Unlike other global statements made around PFAS that amain to reduce PFAS over time, the ECHA’s proposal creates almost an entire ban of Per- and Poly-Fluoroalkyl substances across all industries.

With a wide range of customer portfolios, this had a huge impact on Neogen, and the company is still working to locate the products and companies the legislation will affect.

Data points and specifications are scattered, and siloed teams are struggling to determine where PFAS are embedded into products and packaging and at what levels.

Strategies and Best Practices to Reduce PFAS in Packaging and Formulas

For many companies, reducing or eliminating the use of PFAS in products and packaging is a more than difficult task. By implementing some strategies and best practices to reduce their presence, businesses can actively work towards developing innovative solutions and alternatives to create a safer and more sustainable future for all stakeholders involved.

Alternatives to PFAS

A good first step for many companies is to look for alternatives to PFAS by conducting an in-depth review of current packaging materials and formulas. By doing so, companies can identify where PFAS are present and begin to transition to possible alternatives.

Companies can look for materials and coatings that provide similar properties and functions, such as biodegradable or plant-based materials, in an attempt to limit PFAS use.

In order to locate PFAS on companies' supply chains, they are going to first be able to track DNA level data of both products and packaging, which is why having proper specification management tools in place is so important.

Testing and Certification of PFAS Free Packaging

In this pursuit of PFAS-free packaging, testing and certification play an important role in ensuring that packaging is continually improved with stakeholder safety at the forefront.

Based on industry standards, companies should look for proper testing methodologies and certification programs that utilize best practices.

Companies who continually test and comply with the most recent certifications will be able to determine if their products and packaging meet current criteria for PFAS-free standards.

Locating PFAS and Ingredients with Specright

For companies that PFAS regulations affect, having proper tools for Specification Data Management will make locating and eliminating these PFAS much more seamless.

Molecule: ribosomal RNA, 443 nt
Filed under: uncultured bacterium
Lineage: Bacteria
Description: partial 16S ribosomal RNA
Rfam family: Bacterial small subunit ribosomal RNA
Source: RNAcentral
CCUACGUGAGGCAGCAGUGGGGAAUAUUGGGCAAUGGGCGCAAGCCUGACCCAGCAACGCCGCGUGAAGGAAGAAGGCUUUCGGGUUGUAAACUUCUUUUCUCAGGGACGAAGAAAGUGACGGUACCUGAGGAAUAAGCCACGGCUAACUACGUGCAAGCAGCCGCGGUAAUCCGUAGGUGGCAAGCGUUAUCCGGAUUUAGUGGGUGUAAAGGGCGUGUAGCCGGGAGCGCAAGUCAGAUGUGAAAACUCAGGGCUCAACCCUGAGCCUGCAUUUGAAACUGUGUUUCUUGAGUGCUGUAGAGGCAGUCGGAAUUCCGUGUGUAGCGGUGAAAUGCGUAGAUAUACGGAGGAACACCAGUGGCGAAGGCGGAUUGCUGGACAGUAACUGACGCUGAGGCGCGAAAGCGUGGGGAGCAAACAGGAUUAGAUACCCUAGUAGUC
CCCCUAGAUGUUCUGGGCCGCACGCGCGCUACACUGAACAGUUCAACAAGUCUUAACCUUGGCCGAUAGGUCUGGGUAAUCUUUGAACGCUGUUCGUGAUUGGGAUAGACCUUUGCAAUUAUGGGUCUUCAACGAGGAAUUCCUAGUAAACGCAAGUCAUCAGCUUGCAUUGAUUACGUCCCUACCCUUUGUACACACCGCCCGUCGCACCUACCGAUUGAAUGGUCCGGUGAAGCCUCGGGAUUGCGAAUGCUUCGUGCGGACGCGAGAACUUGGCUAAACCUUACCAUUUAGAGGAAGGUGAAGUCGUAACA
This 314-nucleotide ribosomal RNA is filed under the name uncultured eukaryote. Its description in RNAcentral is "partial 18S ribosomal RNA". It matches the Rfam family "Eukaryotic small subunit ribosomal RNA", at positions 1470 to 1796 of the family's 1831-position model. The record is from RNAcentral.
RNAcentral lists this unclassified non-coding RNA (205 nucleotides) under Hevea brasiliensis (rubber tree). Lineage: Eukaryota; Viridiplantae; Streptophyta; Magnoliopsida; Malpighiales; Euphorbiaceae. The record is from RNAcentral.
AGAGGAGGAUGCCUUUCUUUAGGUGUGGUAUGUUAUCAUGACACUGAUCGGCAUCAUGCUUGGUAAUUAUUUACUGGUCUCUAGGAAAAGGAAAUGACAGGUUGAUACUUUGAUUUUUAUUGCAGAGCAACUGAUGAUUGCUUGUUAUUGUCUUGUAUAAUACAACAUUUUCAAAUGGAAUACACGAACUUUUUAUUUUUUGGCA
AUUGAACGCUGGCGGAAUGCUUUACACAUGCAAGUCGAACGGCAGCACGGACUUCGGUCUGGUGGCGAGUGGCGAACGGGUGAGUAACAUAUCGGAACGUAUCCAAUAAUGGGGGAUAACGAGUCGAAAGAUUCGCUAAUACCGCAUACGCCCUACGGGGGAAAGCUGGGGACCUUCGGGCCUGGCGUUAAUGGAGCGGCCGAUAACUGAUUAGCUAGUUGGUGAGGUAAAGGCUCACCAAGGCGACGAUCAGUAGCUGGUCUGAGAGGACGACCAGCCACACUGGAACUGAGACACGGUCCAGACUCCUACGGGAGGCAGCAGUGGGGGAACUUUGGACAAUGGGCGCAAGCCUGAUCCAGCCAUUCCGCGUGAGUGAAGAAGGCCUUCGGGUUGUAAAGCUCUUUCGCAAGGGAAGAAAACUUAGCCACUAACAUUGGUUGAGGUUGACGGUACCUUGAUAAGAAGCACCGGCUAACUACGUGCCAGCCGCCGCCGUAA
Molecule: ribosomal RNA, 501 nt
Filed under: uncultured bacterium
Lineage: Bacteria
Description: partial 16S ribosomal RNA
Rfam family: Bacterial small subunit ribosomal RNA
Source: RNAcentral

With Specright, teams can use the “where used” feature to select ingredients and view their relation to finished products - in this case the ingredient being PFAS.

Instead of spending countless hours trying to locate the specifications with this function, companies like Neogen would be able to efficiently align their finished goods specifications with regulations by region.

The Power of Data to Track Down PFAS

And beyond just locating this data around PFAS many companies are finding that these specifications cease to exist.

For Hostess, an American-based bakery company, specifications were like a foreign language. In the absence of an adequate tool for Specification Management, the company spent hundreds of thousands in labor, wasted time, and delayed deliveries, all to hunt down PFAS within their packaging raw materials.

With the goal of eliminating PFAS from products and packaging, Hostess had to first locate all their packaging materials that contained PFAS, and then send multiple supplier corrective action requests (SCARs) to their packaging material suppliers, then wait even longer for responses.

Hostess was quick to recognize the inefficiency and pain that this process was causing their team members. As a result, their quality and packaging team began investigating Specright to digitize their specifications, specifically for packaging.

Supplier and Manufacturer Collaboration for PFAS Free Packaging

The reality is your suppliers and manufacturers are likely using PFAS as well. Communicating and collecting data related to their use of PFAS is crucial to finding suppliers and manufacturers who are taking precautions to comply with PFAS regulations.

Collaborating with these stakeholders to ensure they understand your company's levels of commitment to eliminating PFAS is important to confirm their processes align. During this process, transparency is key.

PFAS Auditing and Assessment

And all this considered, PFAS regulations are bound to become more complex in the coming years, so companies' ability to audit and assess the presence of PFAS in their entire supply chains is crucial.

This process will allow businesses to identify sources of PFAS contamination with their supply chains and, in return, take the appropriate actions to minimize their exposure and prevent future contamination.

Auditing will help companies ensure that businesses are not exceeding the prescribed limits of PFAS in their products and operations.

But in order to complete these audits in the first place, companies must be in touch with their specification data. Without accurate and reliable data about ingredients, products, and materials, identifying PFAS will be near impossible.

This is why taking a Spec-First approach to data management is key to eliminating PFAS in your business operations.

Accurately Track and Manage the Presence of PFAS Through Specification Management

Our understanding and knowledge related to PFAS will continue to grow and develop, but what we already know is that PFAS are here to stay and pose some serious consequences for all stakeholders.

Companies should begin taking steps in transitioning to packaging and formulas that are free of PFAS to ensure the safety of their customers and the surrounding environment.

In order to do so, businesses need to get in touch with the specification data (as mentioned earlier) to ensure that they can accurately track and manage the presence of PFAS in their materials and products.

By keeping comprehensive and up-to-date specifications, businesses can identify the use of PFAS in their supply chains, assess the risks associated, and make informed decisions to eliminate them.

Here at Specright, we want companies to be empowered to make informed decisions, especially when it comes to the safety of their consumers.

To learn more about how Specright can help your team manage and eliminate PFAS, request a demo.


Isabella Reed